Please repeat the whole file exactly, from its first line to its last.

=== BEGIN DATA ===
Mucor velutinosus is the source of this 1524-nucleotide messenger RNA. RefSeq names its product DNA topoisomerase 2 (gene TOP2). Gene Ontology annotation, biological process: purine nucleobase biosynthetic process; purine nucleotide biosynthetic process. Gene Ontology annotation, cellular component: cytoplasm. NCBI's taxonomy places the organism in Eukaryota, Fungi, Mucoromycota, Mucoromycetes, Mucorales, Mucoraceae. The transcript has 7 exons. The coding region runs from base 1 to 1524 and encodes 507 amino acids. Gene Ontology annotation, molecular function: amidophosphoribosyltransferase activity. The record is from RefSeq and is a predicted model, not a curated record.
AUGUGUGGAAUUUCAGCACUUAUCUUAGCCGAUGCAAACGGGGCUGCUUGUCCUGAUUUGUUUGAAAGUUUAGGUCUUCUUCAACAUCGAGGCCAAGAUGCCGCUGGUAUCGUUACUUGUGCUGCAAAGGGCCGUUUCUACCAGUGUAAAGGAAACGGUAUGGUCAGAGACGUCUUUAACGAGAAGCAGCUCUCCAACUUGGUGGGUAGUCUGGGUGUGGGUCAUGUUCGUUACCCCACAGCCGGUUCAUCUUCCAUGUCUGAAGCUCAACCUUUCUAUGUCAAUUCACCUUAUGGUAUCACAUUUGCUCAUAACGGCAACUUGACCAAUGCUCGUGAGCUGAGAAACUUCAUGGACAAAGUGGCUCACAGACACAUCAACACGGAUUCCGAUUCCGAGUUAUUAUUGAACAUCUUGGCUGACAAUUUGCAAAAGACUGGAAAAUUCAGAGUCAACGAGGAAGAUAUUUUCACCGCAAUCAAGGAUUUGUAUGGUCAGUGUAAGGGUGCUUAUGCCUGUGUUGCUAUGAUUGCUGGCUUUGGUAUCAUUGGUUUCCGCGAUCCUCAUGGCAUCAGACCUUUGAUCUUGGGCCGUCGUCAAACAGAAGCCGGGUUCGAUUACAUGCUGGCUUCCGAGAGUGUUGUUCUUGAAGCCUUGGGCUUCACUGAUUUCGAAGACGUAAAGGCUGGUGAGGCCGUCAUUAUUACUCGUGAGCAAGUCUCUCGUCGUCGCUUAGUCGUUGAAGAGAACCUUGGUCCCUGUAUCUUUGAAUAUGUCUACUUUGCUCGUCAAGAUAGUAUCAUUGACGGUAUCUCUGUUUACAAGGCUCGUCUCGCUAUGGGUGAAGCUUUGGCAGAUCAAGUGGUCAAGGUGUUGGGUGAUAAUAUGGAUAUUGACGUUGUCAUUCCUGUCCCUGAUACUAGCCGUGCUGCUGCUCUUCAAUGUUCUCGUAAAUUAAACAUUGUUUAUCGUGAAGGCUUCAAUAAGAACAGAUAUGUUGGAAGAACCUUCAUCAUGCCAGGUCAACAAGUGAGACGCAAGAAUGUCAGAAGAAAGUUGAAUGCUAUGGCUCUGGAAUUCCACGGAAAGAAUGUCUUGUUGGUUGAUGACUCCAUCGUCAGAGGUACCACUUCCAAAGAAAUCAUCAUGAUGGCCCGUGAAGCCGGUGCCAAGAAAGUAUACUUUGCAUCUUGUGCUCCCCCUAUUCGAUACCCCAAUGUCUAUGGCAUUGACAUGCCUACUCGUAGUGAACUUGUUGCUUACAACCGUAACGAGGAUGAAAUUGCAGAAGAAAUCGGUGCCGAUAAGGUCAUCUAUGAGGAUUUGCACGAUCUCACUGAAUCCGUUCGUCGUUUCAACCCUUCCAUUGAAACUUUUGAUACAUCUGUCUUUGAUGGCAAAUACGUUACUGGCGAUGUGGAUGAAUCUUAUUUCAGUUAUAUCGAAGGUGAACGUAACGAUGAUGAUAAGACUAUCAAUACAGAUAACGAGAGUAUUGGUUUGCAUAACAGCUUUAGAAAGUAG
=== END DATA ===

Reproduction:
Mucor velutinosus is the source of this 1524-nucleotide messenger RNA. RefSeq names its product DNA topoisomerase 2 (gene TOP2). Gene Ontology annotation, biological process: purine nucleobase biosynthetic process; purine nucleotide biosynthetic process. Gene Ontology annotation, cellular component: cytoplasm. NCBI's taxonomy places the organism in Eukaryota, Fungi, Mucoromycota, Mucoromycetes, Mucorales, Mucoraceae. The transcript has 7 exons. The coding region runs from base 1 to 1524 and encodes 507 amino acids. Gene Ontology annotation, molecular function: amidophosphoribosyltransferase activity. The record is from RefSeq and is a predicted model, not a curated record.
AUGUGUGGAAUUUCAGCACUUAUCUUAGCCGAUGCAAACGGGGCUGCUUGUCCUGAUUUGUUUGAAAGUUUAGGUCUUCUUCAACAUCGAGGCCAAGAUGCCGCUGGUAUCGUUACUUGUGCUGCAAAGGGCCGUUUCUACCAGUGUAAAGGAAACGGUAUGGUCAGAGACGUCUUUAACGAGAAGCAGCUCUCCAACUUGGUGGGUAGUCUGGGUGUGGGUCAUGUUCGUUACCCCACAGCCGGUUCAUCUUCCAUGUCUGAAGCUCAACCUUUCUAUGUCAAUUCACCUUAUGGUAUCACAUUUGCUCAUAACGGCAACUUGACCAAUGCUCGUGAGCUGAGAAACUUCAUGGACAAAGUGGCUCACAGACACAUCAACACGGAUUCCGAUUCCGAGUUAUUAUUGAACAUCUUGGCUGACAAUUUGCAAAAGACUGGAAAAUUCAGAGUCAACGAGGAAGAUAUUUUCACCGCAAUCAAGGAUUUGUAUGGUCAGUGUAAGGGUGCUUAUGCCUGUGUUGCUAUGAUUGCUGGCUUUGGUAUCAUUGGUUUCCGCGAUCCUCAUGGCAUCAGACCUUUGAUCUUGGGCCGUCGUCAAACAGAAGCCGGGUUCGAUUACAUGCUGGCUUCCGAGAGUGUUGUUCUUGAAGCCUUGGGCUUCACUGAUUUCGAAGACGUAAAGGCUGGUGAGGCCGUCAUUAUUACUCGUGAGCAAGUCUCUCGUCGUCGCUUAGUCGUUGAAGAGAACCUUGGUCCCUGUAUCUUUGAAUAUGUCUACUUUGCUCGUCAAGAUAGUAUCAUUGACGGUAUCUCUGUUUACAAGGCUCGUCUCGCUAUGGGUGAAGCUUUGGCAGAUCAAGUGGUCAAGGUGUUGGGUGAUAAUAUGGAUAUUGACGUUGUCAUUCCUGUCCCUGAUACUAGCCGUGCUGCUGCUCUUCAAUGUUCUCGUAAAUUAAACAUUGUUUAUCGUGAAGGCUUCAAUAAGAACAGAUAUGUUGGAAGAACCUUCAUCAUGCCAGGUCAACAAGUGAGACGCAAGAAUGUCAGAAGAAAGUUGAAUGCUAUGGCUCUGGAAUUCCACGGAAAGAAUGUCUUGUUGGUUGAUGACUCCAUCGUCAGAGGUACCACUUCCAAAGAAAUCAUCAUGAUGGCCCGUGAAGCCGGUGCCAAGAAAGUAUACUUUGCAUCUUGUGCUCCCCCUAUUCGAUACCCCAAUGUCUAUGGCAUUGACAUGCCUACUCGUAGUGAACUUGUUGCUUACAACCGUAACGAGGAUGAAAUUGCAGAAGAAAUCGGUGCCGAUAAGGUCAUCUAUGAGGAUUUGCACGAUCUCACUGAAUCCGUUCGUCGUUUCAACCCUUCCAUUGAAACUUUUGAUACAUCUGUCUUUGAUGGCAAAUACGUUACUGGCGAUGUGGAUGAAUCUUAUUUCAGUUAUAUCGAAGGUGAACGUAACGAUGAUGAUAAGACUAUCAAUACAGAUAACGAGAGUAUUGGUUUGCAUAACAGCUUUAGAAAGUAG